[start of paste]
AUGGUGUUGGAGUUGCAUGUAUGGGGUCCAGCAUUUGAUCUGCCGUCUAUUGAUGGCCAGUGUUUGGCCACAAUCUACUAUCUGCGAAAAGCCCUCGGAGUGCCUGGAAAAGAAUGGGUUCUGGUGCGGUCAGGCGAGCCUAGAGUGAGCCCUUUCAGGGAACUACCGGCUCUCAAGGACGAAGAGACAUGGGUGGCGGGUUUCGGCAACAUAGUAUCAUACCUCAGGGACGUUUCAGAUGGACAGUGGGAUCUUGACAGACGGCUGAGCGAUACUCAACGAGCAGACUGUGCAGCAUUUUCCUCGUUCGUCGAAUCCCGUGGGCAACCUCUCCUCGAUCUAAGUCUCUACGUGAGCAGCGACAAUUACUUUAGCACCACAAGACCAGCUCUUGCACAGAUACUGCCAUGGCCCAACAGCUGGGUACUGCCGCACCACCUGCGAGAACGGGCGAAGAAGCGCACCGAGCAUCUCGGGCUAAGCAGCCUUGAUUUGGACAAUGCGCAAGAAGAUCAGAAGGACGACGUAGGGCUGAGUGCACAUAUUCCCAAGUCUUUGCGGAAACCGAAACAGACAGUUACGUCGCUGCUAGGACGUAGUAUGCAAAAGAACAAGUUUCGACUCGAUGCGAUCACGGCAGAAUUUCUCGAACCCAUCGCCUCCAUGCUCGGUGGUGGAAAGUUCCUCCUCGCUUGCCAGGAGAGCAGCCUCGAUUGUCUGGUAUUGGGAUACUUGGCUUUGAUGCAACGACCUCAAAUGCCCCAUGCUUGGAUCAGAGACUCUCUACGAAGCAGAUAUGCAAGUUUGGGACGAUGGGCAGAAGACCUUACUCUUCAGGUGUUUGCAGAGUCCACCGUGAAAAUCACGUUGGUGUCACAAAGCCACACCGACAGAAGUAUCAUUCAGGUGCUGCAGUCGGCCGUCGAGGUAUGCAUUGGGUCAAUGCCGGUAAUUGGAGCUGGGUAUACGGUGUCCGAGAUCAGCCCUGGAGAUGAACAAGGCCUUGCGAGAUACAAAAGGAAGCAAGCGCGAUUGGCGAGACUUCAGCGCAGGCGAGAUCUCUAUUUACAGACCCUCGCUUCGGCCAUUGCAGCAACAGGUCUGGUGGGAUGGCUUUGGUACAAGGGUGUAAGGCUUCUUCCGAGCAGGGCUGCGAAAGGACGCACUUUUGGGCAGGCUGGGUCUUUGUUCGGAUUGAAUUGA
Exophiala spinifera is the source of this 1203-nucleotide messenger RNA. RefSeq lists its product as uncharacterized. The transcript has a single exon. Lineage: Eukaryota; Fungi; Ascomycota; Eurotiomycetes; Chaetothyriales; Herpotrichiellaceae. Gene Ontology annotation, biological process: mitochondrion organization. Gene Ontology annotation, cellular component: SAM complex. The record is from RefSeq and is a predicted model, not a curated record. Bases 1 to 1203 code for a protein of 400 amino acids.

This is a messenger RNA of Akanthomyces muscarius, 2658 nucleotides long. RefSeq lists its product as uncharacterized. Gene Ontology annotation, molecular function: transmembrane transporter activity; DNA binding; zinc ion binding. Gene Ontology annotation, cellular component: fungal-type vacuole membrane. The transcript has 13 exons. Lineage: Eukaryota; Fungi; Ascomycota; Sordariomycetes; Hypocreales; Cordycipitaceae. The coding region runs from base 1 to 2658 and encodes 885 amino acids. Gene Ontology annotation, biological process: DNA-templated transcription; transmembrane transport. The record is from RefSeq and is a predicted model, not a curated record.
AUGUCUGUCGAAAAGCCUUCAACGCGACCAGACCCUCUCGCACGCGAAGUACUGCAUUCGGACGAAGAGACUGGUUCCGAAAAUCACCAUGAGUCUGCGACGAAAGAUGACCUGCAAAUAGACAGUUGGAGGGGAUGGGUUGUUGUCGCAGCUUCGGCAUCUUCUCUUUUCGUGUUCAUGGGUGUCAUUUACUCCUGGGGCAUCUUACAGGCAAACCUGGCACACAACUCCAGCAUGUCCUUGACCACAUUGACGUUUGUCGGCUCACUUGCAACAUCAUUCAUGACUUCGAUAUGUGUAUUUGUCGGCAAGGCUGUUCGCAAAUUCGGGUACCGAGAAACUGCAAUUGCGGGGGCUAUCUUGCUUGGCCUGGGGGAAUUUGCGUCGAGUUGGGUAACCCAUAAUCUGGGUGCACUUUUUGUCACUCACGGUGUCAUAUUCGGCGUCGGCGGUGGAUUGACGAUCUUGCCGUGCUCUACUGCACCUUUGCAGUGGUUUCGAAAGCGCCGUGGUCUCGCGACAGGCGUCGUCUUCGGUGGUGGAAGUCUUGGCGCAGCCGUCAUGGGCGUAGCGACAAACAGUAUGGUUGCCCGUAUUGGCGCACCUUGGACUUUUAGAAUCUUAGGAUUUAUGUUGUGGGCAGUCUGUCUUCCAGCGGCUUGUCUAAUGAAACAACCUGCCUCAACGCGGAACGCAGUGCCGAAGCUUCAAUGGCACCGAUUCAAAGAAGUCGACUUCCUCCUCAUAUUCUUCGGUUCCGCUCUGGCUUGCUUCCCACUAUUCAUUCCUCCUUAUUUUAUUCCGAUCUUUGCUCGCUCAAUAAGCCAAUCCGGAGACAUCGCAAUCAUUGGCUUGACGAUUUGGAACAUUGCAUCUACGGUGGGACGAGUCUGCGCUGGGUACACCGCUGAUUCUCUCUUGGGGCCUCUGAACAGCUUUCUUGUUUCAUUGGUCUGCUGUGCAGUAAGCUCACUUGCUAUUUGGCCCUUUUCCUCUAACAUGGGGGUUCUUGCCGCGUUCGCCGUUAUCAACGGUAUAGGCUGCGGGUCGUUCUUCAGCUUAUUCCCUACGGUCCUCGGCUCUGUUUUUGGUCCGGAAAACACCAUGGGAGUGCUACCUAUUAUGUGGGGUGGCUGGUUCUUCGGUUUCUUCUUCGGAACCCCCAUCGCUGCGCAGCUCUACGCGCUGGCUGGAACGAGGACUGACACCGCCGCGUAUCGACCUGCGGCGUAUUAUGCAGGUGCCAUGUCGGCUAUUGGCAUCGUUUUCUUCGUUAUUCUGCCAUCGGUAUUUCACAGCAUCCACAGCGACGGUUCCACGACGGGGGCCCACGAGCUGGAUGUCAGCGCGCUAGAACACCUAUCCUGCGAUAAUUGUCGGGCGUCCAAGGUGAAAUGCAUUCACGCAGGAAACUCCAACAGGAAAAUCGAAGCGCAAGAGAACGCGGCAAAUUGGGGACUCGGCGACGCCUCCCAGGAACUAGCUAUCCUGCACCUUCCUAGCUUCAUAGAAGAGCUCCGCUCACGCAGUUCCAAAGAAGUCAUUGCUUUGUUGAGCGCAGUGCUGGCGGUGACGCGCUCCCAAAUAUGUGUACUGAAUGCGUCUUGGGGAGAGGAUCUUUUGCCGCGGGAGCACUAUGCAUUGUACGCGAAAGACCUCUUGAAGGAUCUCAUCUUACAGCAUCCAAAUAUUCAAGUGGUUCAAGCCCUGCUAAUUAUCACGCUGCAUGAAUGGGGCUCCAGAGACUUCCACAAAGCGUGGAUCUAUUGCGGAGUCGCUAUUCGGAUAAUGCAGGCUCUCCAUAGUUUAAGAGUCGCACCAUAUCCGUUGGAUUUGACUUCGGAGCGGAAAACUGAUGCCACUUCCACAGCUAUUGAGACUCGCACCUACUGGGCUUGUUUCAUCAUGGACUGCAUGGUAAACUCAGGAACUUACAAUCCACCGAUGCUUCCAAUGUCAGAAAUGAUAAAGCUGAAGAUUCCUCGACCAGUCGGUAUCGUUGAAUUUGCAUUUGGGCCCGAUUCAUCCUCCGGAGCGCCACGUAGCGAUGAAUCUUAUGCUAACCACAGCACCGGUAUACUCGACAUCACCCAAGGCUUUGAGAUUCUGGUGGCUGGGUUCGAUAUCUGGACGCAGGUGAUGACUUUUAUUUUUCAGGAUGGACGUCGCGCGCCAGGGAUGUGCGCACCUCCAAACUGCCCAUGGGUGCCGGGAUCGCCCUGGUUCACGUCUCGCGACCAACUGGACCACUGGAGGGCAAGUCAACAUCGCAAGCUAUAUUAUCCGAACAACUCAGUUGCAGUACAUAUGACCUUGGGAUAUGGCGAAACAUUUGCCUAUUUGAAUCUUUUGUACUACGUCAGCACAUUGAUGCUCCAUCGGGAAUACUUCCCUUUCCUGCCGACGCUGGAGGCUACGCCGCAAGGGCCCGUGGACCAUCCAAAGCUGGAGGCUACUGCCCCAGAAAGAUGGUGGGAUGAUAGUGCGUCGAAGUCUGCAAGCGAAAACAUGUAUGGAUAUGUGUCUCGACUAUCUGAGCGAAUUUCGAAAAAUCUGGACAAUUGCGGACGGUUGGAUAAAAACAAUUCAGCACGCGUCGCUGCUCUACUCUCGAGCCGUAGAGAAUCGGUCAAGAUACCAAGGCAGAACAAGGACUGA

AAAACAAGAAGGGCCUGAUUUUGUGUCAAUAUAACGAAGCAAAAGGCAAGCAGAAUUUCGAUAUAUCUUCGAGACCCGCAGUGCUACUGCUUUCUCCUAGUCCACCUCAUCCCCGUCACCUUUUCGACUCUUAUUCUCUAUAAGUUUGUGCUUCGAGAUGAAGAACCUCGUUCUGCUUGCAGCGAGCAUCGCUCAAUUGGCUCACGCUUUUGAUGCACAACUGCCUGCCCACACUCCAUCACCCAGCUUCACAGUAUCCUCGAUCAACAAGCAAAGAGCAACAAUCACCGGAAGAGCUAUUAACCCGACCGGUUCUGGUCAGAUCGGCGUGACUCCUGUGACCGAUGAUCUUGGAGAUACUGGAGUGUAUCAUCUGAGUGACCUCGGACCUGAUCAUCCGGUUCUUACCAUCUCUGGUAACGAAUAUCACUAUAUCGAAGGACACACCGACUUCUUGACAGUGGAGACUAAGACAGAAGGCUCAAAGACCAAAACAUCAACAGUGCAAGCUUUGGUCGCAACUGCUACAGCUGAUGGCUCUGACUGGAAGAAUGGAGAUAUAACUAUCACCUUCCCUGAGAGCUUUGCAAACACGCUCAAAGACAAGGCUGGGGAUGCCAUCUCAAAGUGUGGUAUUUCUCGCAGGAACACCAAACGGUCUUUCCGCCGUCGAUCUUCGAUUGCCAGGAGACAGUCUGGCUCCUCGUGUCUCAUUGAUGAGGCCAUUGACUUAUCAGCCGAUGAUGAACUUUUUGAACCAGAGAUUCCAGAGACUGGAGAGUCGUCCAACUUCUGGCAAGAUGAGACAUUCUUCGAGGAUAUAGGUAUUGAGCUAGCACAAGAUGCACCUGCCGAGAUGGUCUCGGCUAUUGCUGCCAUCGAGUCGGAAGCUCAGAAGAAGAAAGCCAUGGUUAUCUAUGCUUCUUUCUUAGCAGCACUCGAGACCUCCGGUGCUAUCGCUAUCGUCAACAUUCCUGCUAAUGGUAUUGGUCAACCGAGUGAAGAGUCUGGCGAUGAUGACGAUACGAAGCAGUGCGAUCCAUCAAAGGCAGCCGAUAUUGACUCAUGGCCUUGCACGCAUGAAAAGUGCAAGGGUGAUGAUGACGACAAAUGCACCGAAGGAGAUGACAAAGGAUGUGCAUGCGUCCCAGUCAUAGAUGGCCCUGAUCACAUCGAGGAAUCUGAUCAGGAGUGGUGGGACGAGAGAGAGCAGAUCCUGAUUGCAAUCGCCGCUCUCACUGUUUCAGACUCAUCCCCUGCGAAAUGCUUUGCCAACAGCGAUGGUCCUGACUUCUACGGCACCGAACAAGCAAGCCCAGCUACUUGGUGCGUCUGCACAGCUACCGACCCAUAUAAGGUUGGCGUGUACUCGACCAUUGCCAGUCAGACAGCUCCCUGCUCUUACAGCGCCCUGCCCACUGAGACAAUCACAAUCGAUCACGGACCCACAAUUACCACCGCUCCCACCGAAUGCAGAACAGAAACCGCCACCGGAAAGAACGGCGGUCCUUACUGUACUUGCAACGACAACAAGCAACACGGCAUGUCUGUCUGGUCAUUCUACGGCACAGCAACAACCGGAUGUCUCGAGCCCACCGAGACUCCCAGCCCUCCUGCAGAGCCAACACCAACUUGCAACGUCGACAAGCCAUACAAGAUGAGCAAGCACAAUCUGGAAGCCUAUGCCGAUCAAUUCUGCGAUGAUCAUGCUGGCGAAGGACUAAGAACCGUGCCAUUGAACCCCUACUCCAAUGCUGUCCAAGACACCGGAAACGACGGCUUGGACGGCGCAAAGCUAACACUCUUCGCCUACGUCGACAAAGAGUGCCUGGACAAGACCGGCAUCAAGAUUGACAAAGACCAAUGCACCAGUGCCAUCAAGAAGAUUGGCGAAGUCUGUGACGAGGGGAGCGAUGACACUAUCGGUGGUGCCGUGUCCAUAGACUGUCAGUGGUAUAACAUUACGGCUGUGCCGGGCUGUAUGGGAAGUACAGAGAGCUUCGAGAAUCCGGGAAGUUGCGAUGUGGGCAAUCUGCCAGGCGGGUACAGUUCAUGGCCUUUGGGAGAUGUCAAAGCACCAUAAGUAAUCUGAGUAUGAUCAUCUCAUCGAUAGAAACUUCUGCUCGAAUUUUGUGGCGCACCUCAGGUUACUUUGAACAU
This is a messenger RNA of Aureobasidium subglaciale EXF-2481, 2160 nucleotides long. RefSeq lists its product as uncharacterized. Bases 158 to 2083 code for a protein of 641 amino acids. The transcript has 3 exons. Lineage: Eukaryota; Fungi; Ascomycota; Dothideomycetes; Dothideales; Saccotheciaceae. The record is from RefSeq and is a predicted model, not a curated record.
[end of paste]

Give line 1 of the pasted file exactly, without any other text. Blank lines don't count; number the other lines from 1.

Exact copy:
AUGGUGUUGGAGUUGCAUGUAUGGGGUCCAGCAUUUGAUCUGCCGUCUAUUGAUGGCCAGUGUUUGGCCACAAUCUACUAUCUGCGAAAAGCCCUCGGAGUGCCUGGAAAAGAAUGGGUUCUGGUGCGGUCAGGCGAGCCUAGAGUGAGCCCUUUCAGGGAACUACCGGCUCUCAAGGACGAAGAGACAUGGGUGGCGGGUUUCGGCAACAUAGUAUCAUACCUCAGGGACGUUUCAGAUGGACAGUGGGAUCUUGACAGACGGCUGAGCGAUACUCAACGAGCAGACUGUGCAGCAUUUUCCUCGUUCGUCGAAUCCCGUGGGCAACCUCUCCUCGAUCUAAGUCUCUACGUGAGCAGCGACAAUUACUUUAGCACCACAAGACCAGCUCUUGCACAGAUACUGCCAUGGCCCAACAGCUGGGUACUGCCGCACCACCUGCGAGAACGGGCGAAGAAGCGCACCGAGCAUCUCGGGCUAAGCAGCCUUGAUUUGGACAAUGCGCAAGAAGAUCAGAAGGACGACGUAGGGCUGAGUGCACAUAUUCCCAAGUCUUUGCGGAAACCGAAACAGACAGUUACGUCGCUGCUAGGACGUAGUAUGCAAAAGAACAAGUUUCGACUCGAUGCGAUCACGGCAGAAUUUCUCGAACCCAUCGCCUCCAUGCUCGGUGGUGGAAAGUUCCUCCUCGCUUGCCAGGAGAGCAGCCUCGAUUGUCUGGUAUUGGGAUACUUGGCUUUGAUGCAACGACCUCAAAUGCCCCAUGCUUGGAUCAGAGACUCUCUACGAAGCAGAUAUGCAAGUUUGGGACGAUGGGCAGAAGACCUUACUCUUCAGGUGUUUGCAGAGUCCACCGUGAAAAUCACGUUGGUGUCACAAAGCCACACCGACAGAAGUAUCAUUCAGGUGCUGCAGUCGGCCGUCGAGGUAUGCAUUGGGUCAAUGCCGGUAAUUGGAGCUGGGUAUACGGUGUCCGAGAUCAGCCCUGGAGAUGAACAAGGCCUUGCGAGAUACAAAAGGAAGCAAGCGCGAUUGGCGAGACUUCAGCGCAGGCGAGAUCUCUAUUUACAGACCCUCGCUUCGGCCAUUGCAGCAACAGGUCUGGUGGGAUGGCUUUGGUACAAGGGUGUAAGGCUUCUUCCGAGCAGGGCUGCGAAAGGACGCACUUUUGGGCAGGCUGGGUCUUUGUUCGGAUUGAAUUGA